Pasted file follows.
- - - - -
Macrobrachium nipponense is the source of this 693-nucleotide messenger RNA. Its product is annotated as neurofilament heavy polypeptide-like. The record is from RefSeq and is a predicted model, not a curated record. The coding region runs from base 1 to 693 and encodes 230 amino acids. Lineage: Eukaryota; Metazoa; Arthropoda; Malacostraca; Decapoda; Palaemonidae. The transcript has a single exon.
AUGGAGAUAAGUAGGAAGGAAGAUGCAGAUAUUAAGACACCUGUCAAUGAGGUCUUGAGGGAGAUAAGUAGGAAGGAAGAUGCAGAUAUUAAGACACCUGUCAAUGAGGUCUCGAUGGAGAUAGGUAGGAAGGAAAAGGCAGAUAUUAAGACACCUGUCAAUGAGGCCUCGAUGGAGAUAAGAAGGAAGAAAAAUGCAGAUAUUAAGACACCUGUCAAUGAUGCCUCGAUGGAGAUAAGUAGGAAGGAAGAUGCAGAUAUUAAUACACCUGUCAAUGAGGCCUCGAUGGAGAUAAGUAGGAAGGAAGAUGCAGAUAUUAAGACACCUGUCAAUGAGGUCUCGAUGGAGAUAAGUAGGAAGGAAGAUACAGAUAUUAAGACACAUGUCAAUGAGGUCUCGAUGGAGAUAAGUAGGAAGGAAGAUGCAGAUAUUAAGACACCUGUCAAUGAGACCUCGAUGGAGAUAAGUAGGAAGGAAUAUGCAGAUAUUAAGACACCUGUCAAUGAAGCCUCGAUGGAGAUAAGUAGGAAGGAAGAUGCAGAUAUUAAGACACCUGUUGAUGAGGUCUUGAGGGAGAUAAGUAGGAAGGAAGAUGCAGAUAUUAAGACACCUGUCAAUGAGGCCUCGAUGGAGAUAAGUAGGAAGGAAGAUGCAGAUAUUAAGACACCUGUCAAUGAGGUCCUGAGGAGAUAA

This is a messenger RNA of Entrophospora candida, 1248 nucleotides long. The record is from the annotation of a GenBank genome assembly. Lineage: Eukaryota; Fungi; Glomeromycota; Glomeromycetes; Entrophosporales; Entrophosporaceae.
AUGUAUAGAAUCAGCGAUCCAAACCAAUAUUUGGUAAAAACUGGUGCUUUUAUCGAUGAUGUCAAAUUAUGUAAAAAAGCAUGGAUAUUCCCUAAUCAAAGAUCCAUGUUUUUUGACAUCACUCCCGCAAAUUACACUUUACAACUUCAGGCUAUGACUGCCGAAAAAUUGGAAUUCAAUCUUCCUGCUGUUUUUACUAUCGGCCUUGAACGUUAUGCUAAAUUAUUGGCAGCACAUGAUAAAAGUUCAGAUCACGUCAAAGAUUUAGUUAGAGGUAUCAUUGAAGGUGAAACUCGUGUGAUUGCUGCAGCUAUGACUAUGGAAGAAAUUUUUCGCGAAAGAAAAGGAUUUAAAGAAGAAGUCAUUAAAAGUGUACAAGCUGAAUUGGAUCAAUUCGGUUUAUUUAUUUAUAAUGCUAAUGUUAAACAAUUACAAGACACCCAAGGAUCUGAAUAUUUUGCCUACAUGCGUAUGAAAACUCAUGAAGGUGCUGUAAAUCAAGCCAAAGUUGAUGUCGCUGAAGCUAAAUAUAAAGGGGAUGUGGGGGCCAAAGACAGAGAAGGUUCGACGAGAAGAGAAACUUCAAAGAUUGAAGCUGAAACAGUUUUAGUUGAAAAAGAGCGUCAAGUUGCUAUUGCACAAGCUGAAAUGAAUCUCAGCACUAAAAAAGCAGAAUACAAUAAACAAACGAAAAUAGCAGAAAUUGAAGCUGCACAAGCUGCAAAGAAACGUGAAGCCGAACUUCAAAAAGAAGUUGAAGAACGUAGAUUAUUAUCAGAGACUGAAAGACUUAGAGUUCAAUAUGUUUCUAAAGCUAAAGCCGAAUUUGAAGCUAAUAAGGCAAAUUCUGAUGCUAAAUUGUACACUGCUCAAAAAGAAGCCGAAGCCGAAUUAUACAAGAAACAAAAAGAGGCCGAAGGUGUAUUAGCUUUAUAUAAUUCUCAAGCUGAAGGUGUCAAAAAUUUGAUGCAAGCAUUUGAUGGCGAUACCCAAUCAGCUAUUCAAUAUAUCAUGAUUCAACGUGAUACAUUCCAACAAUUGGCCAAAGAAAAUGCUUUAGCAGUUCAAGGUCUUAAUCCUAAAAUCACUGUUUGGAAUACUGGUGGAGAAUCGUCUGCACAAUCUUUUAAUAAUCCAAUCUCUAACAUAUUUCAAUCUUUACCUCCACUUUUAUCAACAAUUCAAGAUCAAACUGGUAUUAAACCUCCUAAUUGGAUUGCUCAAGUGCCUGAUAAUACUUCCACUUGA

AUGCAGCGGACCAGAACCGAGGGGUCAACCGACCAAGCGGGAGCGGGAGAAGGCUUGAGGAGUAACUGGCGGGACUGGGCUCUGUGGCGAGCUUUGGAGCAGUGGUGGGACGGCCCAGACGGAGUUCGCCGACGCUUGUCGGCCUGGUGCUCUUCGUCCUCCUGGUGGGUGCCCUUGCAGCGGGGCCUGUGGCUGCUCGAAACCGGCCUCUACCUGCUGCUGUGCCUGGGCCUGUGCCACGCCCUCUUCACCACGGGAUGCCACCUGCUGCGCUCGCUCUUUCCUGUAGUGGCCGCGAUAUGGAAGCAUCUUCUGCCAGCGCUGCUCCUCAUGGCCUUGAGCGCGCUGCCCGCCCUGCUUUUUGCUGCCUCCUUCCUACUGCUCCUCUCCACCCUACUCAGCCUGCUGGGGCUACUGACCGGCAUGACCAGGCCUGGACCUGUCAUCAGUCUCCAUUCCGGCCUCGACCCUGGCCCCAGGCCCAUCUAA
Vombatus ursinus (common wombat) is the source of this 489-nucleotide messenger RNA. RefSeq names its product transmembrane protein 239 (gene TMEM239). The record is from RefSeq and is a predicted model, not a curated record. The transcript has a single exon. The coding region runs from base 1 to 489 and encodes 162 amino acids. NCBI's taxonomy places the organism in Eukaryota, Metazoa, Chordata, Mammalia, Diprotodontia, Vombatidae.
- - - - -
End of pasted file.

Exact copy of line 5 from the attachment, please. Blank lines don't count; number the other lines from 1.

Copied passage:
AUGCAGCGGACCAGAACCGAGGGGUCAACCGACCAAGCGGGAGCGGGAGAAGGCUUGAGGAGUAACUGGCGGGACUGGGCUCUGUGGCGAGCUUUGGAGCAGUGGUGGGACGGCCCAGACGGAGUUCGCCGACGCUUGUCGGCCUGGUGCUCUUCGUCCUCCUGGUGGGUGCCCUUGCAGCGGGGCCUGUGGCUGCUCGAAACCGGCCUCUACCUGCUGCUGUGCCUGGGCCUGUGCCACGCCCUCUUCACCACGGGAUGCCACCUGCUGCGCUCGCUCUUUCCUGUAGUGGCCGCGAUAUGGAAGCAUCUUCUGCCAGCGCUGCUCCUCAUGGCCUUGAGCGCGCUGCCCGCCCUGCUUUUUGCUGCCUCCUUCCUACUGCUCCUCUCCACCCUACUCAGCCUGCUGGGGCUACUGACCGGCAUGACCAGGCCUGGACCUGUCAUCAGUCUCCAUUCCGGCCUCGACCCUGGCCCCAGGCCCAUCUAA